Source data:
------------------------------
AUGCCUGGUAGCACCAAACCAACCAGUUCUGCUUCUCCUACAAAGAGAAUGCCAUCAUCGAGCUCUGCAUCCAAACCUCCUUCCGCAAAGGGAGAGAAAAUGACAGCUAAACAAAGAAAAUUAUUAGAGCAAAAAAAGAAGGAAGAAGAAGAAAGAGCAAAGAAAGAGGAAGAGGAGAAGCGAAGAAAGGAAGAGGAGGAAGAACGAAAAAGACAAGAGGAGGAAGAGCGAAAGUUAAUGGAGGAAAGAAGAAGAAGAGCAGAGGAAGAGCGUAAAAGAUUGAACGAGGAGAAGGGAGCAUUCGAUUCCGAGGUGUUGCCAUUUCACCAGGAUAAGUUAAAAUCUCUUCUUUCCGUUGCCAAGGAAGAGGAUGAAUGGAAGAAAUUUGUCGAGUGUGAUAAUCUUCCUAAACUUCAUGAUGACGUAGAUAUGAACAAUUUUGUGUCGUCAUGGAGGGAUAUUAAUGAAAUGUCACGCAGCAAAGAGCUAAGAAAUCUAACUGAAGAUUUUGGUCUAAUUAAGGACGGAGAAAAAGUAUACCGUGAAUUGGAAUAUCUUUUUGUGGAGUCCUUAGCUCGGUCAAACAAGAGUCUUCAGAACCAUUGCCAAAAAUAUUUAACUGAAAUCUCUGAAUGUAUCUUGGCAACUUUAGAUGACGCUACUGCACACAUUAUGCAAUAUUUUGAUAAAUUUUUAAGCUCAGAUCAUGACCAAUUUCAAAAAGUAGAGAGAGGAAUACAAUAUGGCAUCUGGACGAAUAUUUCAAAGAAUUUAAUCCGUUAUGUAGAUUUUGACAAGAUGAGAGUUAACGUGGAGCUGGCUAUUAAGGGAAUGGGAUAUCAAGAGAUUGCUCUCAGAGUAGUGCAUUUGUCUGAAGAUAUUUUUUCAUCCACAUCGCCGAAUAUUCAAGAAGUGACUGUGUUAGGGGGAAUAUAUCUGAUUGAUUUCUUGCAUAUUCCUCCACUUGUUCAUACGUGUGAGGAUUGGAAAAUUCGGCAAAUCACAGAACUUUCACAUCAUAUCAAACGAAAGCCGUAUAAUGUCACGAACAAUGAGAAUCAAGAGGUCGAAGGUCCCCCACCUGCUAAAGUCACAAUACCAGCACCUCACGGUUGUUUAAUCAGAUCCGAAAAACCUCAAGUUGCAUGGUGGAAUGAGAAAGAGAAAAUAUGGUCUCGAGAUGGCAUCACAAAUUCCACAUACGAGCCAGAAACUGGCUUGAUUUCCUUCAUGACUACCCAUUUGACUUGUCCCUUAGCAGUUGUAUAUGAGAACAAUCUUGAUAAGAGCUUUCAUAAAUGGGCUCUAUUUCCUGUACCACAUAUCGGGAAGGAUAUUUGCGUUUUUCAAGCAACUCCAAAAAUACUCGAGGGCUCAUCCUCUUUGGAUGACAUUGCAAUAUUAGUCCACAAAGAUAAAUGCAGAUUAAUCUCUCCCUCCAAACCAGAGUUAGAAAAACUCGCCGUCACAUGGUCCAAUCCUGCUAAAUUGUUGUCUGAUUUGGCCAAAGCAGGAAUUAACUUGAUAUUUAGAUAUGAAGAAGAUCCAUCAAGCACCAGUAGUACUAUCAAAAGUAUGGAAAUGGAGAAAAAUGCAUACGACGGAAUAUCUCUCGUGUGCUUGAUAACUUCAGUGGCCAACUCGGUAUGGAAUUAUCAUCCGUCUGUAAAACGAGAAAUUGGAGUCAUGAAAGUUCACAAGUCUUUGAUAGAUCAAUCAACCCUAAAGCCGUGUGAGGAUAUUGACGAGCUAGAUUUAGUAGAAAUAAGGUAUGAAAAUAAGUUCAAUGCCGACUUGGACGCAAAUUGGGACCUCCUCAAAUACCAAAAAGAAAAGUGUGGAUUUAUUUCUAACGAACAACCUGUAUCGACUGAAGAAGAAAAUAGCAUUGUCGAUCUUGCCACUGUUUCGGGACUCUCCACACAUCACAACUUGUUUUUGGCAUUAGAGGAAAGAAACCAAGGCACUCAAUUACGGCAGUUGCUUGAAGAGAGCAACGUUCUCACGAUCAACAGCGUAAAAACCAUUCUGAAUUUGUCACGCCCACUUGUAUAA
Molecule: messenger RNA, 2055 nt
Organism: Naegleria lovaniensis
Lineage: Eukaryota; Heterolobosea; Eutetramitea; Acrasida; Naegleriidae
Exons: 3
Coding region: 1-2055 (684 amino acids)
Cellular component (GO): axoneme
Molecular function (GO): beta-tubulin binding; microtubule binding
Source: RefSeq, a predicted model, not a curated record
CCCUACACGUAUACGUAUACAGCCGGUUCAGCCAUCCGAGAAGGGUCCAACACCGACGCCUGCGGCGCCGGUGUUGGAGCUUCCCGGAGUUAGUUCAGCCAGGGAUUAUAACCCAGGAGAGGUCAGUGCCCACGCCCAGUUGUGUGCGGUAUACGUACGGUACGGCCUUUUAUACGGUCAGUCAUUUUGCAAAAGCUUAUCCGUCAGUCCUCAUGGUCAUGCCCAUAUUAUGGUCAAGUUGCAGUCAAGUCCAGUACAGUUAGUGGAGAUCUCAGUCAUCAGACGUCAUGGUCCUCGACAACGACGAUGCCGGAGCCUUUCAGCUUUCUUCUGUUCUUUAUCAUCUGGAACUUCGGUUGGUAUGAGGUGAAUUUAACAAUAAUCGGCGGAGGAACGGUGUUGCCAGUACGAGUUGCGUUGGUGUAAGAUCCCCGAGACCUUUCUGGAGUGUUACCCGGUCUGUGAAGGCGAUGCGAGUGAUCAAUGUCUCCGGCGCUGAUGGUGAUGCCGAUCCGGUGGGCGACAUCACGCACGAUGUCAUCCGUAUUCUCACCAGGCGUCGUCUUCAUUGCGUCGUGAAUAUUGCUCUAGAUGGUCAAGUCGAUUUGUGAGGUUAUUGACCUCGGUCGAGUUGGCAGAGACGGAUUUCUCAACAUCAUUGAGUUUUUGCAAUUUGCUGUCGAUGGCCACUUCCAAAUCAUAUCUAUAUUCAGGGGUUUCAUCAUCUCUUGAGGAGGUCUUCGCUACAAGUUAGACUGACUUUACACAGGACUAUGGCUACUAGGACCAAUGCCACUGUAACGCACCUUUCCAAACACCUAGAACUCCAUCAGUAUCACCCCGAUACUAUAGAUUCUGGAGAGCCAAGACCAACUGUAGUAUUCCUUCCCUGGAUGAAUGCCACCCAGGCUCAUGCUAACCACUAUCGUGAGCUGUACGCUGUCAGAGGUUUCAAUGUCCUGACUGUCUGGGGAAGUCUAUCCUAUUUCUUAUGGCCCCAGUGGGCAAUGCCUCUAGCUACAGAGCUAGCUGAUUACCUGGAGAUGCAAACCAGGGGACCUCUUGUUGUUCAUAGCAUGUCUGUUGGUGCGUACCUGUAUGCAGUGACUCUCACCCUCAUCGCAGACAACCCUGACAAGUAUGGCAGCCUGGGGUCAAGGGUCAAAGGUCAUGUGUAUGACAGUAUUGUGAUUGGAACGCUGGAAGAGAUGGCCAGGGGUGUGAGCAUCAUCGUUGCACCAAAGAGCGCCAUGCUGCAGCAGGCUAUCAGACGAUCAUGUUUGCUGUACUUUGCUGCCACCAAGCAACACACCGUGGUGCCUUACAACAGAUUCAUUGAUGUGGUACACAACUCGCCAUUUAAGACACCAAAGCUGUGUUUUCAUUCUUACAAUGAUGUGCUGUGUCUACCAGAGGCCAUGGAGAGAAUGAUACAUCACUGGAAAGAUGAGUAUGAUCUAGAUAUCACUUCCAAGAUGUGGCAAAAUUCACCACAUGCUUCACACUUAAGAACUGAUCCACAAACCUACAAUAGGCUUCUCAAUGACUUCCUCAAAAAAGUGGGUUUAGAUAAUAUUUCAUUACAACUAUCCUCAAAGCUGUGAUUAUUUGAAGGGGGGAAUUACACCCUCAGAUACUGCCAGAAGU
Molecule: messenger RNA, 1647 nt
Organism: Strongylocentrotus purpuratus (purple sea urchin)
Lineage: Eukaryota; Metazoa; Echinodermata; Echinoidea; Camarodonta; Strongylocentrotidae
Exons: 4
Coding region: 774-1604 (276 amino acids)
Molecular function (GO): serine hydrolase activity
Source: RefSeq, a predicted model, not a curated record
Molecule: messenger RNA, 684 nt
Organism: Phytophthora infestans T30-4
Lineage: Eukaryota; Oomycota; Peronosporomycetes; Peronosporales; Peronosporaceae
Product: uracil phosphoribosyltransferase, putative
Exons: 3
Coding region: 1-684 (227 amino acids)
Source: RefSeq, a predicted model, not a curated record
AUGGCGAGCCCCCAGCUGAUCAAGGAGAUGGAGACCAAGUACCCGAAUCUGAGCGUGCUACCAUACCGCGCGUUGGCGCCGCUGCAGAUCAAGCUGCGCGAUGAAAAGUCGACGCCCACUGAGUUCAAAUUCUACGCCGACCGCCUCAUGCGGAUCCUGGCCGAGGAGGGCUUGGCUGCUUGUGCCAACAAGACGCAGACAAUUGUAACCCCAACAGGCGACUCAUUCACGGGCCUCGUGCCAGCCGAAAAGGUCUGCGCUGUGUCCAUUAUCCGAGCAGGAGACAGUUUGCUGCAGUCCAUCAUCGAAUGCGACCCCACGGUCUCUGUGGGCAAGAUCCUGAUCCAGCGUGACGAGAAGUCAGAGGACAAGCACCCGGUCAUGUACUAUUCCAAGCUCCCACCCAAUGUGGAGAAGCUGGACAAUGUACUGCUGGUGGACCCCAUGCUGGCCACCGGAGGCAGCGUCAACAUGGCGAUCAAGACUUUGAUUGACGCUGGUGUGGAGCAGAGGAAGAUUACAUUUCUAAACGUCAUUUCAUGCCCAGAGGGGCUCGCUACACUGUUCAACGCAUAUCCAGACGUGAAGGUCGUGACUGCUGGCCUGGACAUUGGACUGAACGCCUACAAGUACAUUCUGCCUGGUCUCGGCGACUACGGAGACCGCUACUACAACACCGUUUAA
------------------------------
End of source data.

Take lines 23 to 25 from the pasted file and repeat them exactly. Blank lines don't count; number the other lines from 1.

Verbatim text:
Coding region: 1-684 (227 amino acids)
Source: RefSeq, a predicted model, not a curated record
AUGGCGAGCCCCCAGCUGAUCAAGGAGAUGGAGACCAAGUACCCGAAUCUGAGCGUGCUACCAUACCGCGCGUUGGCGCCGCUGCAGAUCAAGCUGCGCGAUGAAAAGUCGACGCCCACUGAGUUCAAAUUCUACGCCGACCGCCUCAUGCGGAUCCUGGCCGAGGAGGGCUUGGCUGCUUGUGCCAACAAGACGCAGACAAUUGUAACCCCAACAGGCGACUCAUUCACGGGCCUCGUGCCAGCCGAAAAGGUCUGCGCUGUGUCCAUUAUCCGAGCAGGAGACAGUUUGCUGCAGUCCAUCAUCGAAUGCGACCCCACGGUCUCUGUGGGCAAGAUCCUGAUCCAGCGUGACGAGAAGUCAGAGGACAAGCACCCGGUCAUGUACUAUUCCAAGCUCCCACCCAAUGUGGAGAAGCUGGACAAUGUACUGCUGGUGGACCCCAUGCUGGCCACCGGAGGCAGCGUCAACAUGGCGAUCAAGACUUUGAUUGACGCUGGUGUGGAGCAGAGGAAGAUUACAUUUCUAAACGUCAUUUCAUGCCCAGAGGGGCUCGCUACACUGUUCAACGCAUAUCCAGACGUGAAGGUCGUGACUGCUGGCCUGGACAUUGGACUGAACGCCUACAAGUACAUUCUGCCUGGUCUCGGCGACUACGGAGACCGCUACUACAACACCGUUUAA